The muons do not rotate in the way they predict the best physical model. Why not? This may be due to completely unknown subatomic particles popping up and disappearing into the quantum foam.

This is not some science fiction technobook. This is from very real experimental results, and it is very likely that the universe is telling us that we still do not understand everything about it.

These extremely interesting and probably game-changing results come from Fermilab, a high-energy particle accelerator lab in Illinois. They do many different kinds of experiments there and one is called Muon g-2 (literally “g minus 2”), which studies a subatomic particle called *muon*.

Muons are similar to electrons ̵

Using everything we know about subatomic particles (called the standard model), physicists can predict a lot about muon behavior. For example, a rotating charged particle has an associated magnetic property called a *moment*, which is a measure of the strength of its magnetic field and its orientation. If you place a muon in a magnetic field, it will oscillate *precession*; it’s physically similar to rocking a toy from above as it rotates on the table top.

The models predict this precession extremely accurately. *Exceptional*. Physicists assign a value to what is called *g-factor*and is very close, but not exactly 2.

Here we have fun: On our macroscopic scale, we like to think that space is smooth and continuous. But in quantum scale, an incredibly small scale (like 10^{-35} meters!) quantum mechanics suggests that space is *no* continuously and smoothly and instead may have separate units, such as chart bookmarks. This means that on this scale the space may not be empty, but instead boil and foam with energy.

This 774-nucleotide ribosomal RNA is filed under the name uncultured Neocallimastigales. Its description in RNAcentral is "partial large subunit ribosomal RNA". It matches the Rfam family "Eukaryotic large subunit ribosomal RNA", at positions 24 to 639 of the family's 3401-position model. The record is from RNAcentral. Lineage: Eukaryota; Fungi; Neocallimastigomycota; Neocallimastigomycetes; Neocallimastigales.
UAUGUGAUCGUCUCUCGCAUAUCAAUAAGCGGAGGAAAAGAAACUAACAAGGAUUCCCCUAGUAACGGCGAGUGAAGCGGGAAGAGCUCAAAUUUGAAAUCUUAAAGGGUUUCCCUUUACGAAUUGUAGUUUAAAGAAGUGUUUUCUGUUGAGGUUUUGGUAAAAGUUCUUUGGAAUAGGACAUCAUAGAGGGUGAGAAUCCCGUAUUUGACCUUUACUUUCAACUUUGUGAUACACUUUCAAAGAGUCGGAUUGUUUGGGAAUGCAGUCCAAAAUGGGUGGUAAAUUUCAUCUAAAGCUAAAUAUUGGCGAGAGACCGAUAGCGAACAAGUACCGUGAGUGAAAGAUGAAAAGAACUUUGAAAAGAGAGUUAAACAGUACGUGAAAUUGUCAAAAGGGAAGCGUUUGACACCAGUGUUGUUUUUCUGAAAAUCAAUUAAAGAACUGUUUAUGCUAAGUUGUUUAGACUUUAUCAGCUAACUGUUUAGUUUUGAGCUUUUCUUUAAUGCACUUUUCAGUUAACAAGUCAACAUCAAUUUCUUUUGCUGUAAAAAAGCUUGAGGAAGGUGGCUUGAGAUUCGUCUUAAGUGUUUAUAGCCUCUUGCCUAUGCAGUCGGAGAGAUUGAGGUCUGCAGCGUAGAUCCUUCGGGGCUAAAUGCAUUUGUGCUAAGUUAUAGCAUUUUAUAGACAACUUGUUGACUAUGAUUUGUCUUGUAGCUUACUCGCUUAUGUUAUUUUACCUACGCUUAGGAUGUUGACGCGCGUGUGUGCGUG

Sometimes this energy will spontaneously create a pair of subatomic particles (since mass and energy are two sides of the same coin, E is equal to mc^{2} and all that). These particles can appear, but these same laws of quantum reality require the particles to immediately interact and become energy again, returning to the vacuum energy. It’s called (and I love it) *quantum foam*.

The muon, which rotates in a magnetic field, is affected by the quantum foam. If there were no foam, the value of the g-factor would be very close to 2. But the particles that pop up and disappear affect the muon oscillation. This is called *anomalous magnetic moment,* the deviation from the normal value.

The standard model predicts the value of this anomalous moment by considering everything known about forces and particles. It must be very accurate. Still, it’s always good to make sure, and that’s what the Muon g-2 experiment does. It injects muons into a very stable magnetic field and *measures* the swing, which can then be compared to the forecast. If they agree, then we understand how the quantum-mechanical universe behaves.

If not … fine. That would be interesting, wouldn’t it?

The standard model predicts the anomalous value of the magnetic moment of the muon to be **0,00116591810** (± 0.00000000043; as I said, very accurate).

The new experiment gets a value of **0.00116592061** (± 0.00000000041).

These are different. The difference is small, of course, only 0.0002%. But still they must be equal. And they are not.